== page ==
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Sep 17 15 4:20 AM

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After dealing with whatever protozoan I have for several years, it very well could be Protomyxzoa Rheu.  My opinon has changed.  I now believe that PR is only a small piece of a big puzzle.  In people with normal immune function, it causes little or no problems or issues.  In people with multiple pathogens, it's a huge problem because of the biofilms.  I've conducted multiple experiments with myself to see how I responded.  I learned really quick what I could handle and what I couldn't handle.  I do believe that in increases my body's ability to accumulate metals, especially aluminum.  I feel that over time, it depletes polyvalent cations that are necessary for normal cellular functioning.  Copper, Selenium, Manganese, and Molybdenum are the ones I believe I am deficient of.  These are substrates for important protein transfer through cellular membranes and also catalysts for methylation pathway reactions.  When I increase my intake or supplement with these elements, my inflammation increases.  My theory is that we deplete the elements and that causes the down regulation of our immune response.  Our limitations in treatment are how much inflammation and cellular debris we can handle and eliminate. 

I believe that my protozoan has a structure similar to sphingomyelin and are incorporated into the cellular structure of the myelin sheaths around muscles and in synovial membranes.  Catechins negatively affect my protozoans and their chemical structure is very similar.  Without exercising, there is no way to kill/liberate them from their location.  I can herx just from mild exercise if I use muscles I haven't used very often.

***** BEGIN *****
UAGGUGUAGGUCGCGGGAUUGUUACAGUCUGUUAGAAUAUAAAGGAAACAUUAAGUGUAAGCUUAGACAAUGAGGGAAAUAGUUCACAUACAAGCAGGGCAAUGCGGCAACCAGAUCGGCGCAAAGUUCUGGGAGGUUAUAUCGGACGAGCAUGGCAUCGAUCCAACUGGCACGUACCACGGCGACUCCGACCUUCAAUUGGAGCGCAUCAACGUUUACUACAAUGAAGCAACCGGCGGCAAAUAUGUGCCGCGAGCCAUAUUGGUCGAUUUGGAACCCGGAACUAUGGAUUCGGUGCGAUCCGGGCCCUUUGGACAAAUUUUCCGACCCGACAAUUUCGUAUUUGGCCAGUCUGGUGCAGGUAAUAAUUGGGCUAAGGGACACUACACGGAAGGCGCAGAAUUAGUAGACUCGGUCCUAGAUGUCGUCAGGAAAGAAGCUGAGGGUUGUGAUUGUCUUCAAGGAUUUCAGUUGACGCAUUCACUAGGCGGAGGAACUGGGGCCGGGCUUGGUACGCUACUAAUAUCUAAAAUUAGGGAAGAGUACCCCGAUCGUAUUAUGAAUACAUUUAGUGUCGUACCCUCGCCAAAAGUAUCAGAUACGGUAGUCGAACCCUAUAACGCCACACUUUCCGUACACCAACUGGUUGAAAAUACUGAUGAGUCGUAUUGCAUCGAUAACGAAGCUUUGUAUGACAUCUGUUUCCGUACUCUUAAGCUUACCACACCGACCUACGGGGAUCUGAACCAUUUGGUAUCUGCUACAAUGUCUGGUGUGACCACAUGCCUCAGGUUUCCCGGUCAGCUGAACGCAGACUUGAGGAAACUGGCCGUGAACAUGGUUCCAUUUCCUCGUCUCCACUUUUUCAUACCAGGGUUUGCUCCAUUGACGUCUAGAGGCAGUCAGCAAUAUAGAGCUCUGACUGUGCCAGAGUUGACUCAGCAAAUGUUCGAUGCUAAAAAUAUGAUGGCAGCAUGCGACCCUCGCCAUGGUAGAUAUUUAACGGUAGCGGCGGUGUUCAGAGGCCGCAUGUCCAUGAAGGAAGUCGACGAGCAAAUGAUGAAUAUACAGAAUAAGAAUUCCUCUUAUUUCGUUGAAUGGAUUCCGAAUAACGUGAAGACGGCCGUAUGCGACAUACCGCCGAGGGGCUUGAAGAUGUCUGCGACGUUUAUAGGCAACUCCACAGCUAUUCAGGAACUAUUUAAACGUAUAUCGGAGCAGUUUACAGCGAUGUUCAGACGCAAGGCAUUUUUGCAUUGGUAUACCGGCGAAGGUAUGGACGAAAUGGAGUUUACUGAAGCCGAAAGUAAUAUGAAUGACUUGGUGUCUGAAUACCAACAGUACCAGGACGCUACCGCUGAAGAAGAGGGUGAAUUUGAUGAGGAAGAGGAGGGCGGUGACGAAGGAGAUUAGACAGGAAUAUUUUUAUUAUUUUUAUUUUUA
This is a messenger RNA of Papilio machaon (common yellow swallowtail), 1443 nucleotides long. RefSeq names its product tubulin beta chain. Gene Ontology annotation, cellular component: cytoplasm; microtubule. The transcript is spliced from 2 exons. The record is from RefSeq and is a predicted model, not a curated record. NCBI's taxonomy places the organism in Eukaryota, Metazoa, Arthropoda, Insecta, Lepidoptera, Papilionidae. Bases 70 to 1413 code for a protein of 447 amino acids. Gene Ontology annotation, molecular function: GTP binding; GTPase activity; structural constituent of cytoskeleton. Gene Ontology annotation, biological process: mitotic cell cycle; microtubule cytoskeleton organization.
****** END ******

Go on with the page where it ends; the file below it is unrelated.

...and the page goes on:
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Sep 18 15 3:40 AM

Have you tried to eliminate the biofilm? Lactoferrin or lactoferrin with xylitol is a powerful tool. I have a post on this. Also just made a post about Kra Chai, apparently it has anti biofilm properties though I do not know how it would compare to the lactoferrin.  Here is what they say about it:5.1. Inhibition of Biofilm Formation by Oral PathogensBiofilm formation on teeth surfaces is caused by multiple species of oral bacteria, the primary colonisers being mutant Streptococci [72]. Biofilm formation is associated with several acute and chronic infections such as dental caries, gingivitis, and periodontitis and potentially contributes to antibiotic treatment failure againstStreptococcus pyogenes [48]. In 2008, Limsuwan and Voravuthikunchai demonstrated that the extracts from B. rotunda, Eleutherine americana, and Rhodomyrtus tomentosa exhibited antibiofilm activity towards S. pyogenesat subinhibitory concentrations (1/32–1/2 MIC) for E. americana (7.81–125 μg/mL), R. tomentosa(0.24–7.81 μg/mL), and B. rotunda (1/2 MIC of 7.8 μg/mL). Antiquorum sensing test revealed that B. rotundashowed no inhibition activity, while R. tomentosa displayed strongest antiquorum effect followed by E. americana with moderate effect. However, microbial adhesion to hydrocarbon assay showed no changes in the cell-surface hydrophobicity of treated bacteria [48].The following year, Yanti et al. [49] reported the anti-biofilm property of B. rotunda extracted panduratin A, which was found to prevent and reduce the spread of multispecies oral bacteria in human mouth. The MIC of panduratin A was determined using the Clinical and Laboratory Standards Institute (CLSI) broth microdilution assay. Mucin-mixed panduratin A at concentrations between 0.5 and 40 μg/mL was coated on 96-well plates, followed by inoculation of three multispecies bacteria, Streptococcus mutans, Streptococcus sanguis, andActinomyces viscosus, and incubated overnight at 37°C to allow biofilm formation. Biofilm reduction effect was determined by further treating the bacteria with different concentrations of panduratin A (0.2–10 μg/mL) for up to 60 mins. Panduratin A exhibited bacteria reduction effect at MIC of 1 μg/mL and bactericidal effect against multispecies planktonic cells at 2X MIC, 8 hours after treatment. Reduction of biofilm formation was >50% at 8X MIC, whereas mass reduction of biofilm was observed within 15 mins at a concentration of 10 μg/mL [49]. These results suggested that panduratin A can potentially be used to prevent colonisation of multispecies bacteria, under a dose-dependent manner, and that its effect is equal to commercially available synthetic drugs such as chlorhexidine gluconate [49].

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